For 42 years, I’ve actively managed and worked in the woods. The forest has been a source of firewood, income, recreation and exercise. Johanna and I cannot imagine living anywhere else other than surrounded by forest. I cannot look at a forest without thinking that tree here needs to go, that’s too thick in there, I need to salvage that leaning tree etc. This is a post about woodlot thinning.
When we lived in Maine, we were part of the State/National Tree Farm program and we won a couple of County Outstanding Tree Farm awards for our forest stewardship. We own a large woodlot here in Nova Scotia and I continue to spend time improving our woodlot by thinning the jungle of trees that at times is so thick, it’s near impossible to bull my way through. Twenty or more stems within an arms radius. Way too dense! This information applies to any managed woodlot. Tree spacing and management might be modified depending on the forest type, age, fertility, climate zone and landowner objectives but the ideas are the same.
In our case, because we live right on the ocean with potential high winds, salt spray and dampness, we are spacing our trees roughly 4-6 feet. No point doing all this work just to see a wind lay the forest over on its side. I want each tree to be supportive of the next one.
Active management will allow me to salvage any that do blow over and I can always go back for a second thinning in the years to come to space the crop trees appropriately.
I put together a short video of what I do out in the woods to improve our woodlot with a clearing saw. It is hard, tedious work but I absolutely love it. I take a section of forest that one can barely walk through, cannot see more than a very short distance due to tree density, an area dark that never sees a bit of sunlight on the forest floor yet after I’m done with it, one can see deep into the forest, stroll through it and at the same time, we salvage what we can for firewood or mulch material for our gardens.
Essentially I’m transforming a dense jungle of thick tangled mass of stems struggling to compete and survive into a parklike setting. I love it! Part of our philosophy of trying to leave the world behind a little better than when we arrived. I hope you enjoy the video. As always, feel free to ask questions.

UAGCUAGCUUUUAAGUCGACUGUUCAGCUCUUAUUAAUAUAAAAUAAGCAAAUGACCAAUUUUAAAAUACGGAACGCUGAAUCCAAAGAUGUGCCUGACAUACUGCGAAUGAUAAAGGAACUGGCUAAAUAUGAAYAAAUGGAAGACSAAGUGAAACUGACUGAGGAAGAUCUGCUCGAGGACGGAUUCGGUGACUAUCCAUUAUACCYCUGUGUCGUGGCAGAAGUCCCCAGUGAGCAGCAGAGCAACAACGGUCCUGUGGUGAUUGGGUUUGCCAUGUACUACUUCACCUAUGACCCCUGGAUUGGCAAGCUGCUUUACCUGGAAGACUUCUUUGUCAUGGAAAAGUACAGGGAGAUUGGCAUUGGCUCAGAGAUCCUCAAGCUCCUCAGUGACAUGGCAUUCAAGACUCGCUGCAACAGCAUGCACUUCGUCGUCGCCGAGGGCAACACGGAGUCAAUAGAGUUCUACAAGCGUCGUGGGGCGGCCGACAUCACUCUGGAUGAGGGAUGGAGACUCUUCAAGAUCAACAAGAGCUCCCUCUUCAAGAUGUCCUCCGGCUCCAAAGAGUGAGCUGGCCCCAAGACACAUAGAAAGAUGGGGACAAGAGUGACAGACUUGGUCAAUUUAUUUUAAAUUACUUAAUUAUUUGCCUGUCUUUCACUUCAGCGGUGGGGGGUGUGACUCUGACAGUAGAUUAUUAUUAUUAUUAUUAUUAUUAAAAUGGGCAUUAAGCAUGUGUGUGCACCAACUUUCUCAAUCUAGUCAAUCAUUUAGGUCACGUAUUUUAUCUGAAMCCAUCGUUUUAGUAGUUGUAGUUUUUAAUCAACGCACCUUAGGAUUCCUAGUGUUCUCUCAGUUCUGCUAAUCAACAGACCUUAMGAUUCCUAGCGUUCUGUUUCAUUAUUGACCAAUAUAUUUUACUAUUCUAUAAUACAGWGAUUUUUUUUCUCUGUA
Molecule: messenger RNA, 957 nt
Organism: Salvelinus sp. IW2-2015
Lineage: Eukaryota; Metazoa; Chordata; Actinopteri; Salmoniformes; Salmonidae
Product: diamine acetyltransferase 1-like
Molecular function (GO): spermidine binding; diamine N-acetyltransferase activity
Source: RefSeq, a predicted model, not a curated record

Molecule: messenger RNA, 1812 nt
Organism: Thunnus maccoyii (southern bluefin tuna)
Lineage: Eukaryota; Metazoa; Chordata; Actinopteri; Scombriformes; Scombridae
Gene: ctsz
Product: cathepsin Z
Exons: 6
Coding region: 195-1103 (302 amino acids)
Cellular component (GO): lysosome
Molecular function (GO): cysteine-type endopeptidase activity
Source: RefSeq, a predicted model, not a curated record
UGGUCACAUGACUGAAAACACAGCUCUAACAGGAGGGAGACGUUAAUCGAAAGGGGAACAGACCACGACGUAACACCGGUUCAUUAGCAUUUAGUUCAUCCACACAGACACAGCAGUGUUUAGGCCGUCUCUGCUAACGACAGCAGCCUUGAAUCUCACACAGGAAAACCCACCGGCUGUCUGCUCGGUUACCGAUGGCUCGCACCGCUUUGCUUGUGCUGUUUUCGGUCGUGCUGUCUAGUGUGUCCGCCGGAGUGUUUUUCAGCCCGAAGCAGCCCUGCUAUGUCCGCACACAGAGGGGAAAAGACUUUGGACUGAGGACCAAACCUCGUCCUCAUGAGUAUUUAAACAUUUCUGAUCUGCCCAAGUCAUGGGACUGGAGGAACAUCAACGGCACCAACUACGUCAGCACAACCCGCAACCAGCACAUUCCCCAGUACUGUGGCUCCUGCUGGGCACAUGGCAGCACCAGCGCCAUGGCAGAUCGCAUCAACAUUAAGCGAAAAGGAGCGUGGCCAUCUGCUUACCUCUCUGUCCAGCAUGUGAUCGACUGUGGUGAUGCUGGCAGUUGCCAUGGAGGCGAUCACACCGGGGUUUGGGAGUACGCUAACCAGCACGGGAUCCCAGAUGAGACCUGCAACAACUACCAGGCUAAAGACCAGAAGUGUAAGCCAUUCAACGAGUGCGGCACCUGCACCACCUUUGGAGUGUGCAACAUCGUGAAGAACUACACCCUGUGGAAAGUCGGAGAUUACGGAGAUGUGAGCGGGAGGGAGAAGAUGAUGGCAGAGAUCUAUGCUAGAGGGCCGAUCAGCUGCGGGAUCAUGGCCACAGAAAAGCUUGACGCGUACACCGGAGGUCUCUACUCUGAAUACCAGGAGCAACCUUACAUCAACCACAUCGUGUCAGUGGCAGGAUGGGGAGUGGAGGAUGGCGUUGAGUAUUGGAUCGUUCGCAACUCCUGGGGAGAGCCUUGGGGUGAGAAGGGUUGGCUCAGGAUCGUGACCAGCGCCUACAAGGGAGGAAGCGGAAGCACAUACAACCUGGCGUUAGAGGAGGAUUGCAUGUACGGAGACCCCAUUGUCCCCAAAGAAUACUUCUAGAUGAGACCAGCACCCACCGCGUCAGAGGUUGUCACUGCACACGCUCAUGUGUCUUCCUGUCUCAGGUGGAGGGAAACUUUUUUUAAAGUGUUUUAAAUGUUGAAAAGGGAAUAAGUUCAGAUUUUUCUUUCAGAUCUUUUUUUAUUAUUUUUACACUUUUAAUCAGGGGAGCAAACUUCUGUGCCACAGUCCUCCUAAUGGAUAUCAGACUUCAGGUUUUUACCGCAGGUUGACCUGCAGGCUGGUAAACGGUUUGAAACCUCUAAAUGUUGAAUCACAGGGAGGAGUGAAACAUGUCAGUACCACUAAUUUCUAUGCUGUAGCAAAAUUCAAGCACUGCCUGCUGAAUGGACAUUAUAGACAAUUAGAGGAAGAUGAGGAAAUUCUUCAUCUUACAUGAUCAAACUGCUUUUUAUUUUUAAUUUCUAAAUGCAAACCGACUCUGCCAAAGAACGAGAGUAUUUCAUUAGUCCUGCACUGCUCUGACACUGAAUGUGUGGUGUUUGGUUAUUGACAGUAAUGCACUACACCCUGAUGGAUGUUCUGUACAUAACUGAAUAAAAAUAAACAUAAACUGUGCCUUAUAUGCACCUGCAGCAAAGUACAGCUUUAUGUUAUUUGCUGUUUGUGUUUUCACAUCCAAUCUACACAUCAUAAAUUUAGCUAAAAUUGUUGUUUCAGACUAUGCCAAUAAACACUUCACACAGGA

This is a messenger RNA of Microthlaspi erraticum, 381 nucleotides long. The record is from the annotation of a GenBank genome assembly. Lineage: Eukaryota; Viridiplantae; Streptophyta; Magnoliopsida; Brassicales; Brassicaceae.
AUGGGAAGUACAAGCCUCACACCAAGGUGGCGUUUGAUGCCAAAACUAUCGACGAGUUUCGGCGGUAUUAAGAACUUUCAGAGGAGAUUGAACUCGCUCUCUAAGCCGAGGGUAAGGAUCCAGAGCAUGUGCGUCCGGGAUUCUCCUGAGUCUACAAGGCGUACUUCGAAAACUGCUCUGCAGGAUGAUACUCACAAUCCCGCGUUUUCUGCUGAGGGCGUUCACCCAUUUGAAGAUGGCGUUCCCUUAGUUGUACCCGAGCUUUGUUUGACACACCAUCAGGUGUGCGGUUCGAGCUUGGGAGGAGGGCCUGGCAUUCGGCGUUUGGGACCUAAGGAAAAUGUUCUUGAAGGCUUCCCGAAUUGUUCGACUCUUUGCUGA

The following text has been taken from my first book Off Grid and Free: My Path to the Wilderness. This was when we homesteaded in Maine:
“To a degree, I’m a perfectionist, and although I haven’t hit perfection yet, it isn’t due to a lack of effort. With that in mind, every decision I made through the years, what tree to cut down, or how to winch the tree out without damaging the surrounding trees, revolved around my quest for the perfect woodlot.
To that end, I abhorred conventional logging and became determined to create a model forest. A small clearcut patch of an acre or two to salvage diseased or blown down trees, or to create wildlife habitat I could understand, but to clearcut large swaths of forest was rather upsetting and shortsighted to me. I felt the best approach was a selective harvest, meaning I would selectively cut only the mature or diseased trees, or thin out a dense section, thus improving the stand and leaving the rest for the future.
Wood is a finite but renewable resource, and a forest properly managed will continuously provide a crop and a source of income over the owner’s lifetime. Additionally, a healthy forest provides a home for a diverse set of flora and fauna, helps clean the air, and prevents soil erosion. Forests are an integral part of our environment. Once clearcut, the land takes a long time to recover before another harvest is possible.
Silviculture, the science of growing and managing a forest, would have categorized my woodlot as an “uneven-aged stand.” It’s a fancy term that basically means the forest is composed of a mixture of young, intermediate age and mature trees. Ideally, any stand should be a mix of species and tree diameters.
Aesthetically, it looks much better, is excellent animal habitat, and the forest has a better chance of surviving disease and insect damage. This is the key to a sustainable woodlot. Because trees are of different age classes, there are always trees ripe for harvesting, which in turn frees up the remaining middle-aged and younger trees to grow. This continual rotation makes for a steady stream of income, and by the time the middle-aged and younger trees have matured for cutting, there’s already a new batch of seedlings established from natural regeneration, the process of seeds falling to the ground and germinating. Therefore, the woodlot always remains productive without ever having to be replanted.
It may help to think of a woodlot as a big garden. Some species are weed trees, and I wanted to cut them out to make room for the more desirable species. Although the weed trees had some value, I wanted to encourage the higher value trees to flourish. Poplar was a weed species I made good money from, but if I sold the same volume of spruce or hardwoods, I might have doubled or tripled my return for the same effort. So, in the long run, it was in my best interest to take out the poplar and let spruce, fir, and hardwoods dominate the areas.
The word “dominate” is important here. I’m not advocating the extermination of the poplar or other weed trees. They have their place too. But I wanted to relegate them to a minor part. And, much like a garden, one needs to thin the trees so there is less competition for light, nutrients, and water. I weeded and thinned thick stands of trees to help encourage the growth of a better forest. Over my logging career, I cut thousands of cords of wood off of our woodlot. Even after 20 years, I never accessed the entire property to selectively harvest it. But the areas I did work became a better forest.”
Until next time, keep the dream alive! We wish you a great day!
Ron and Johanna
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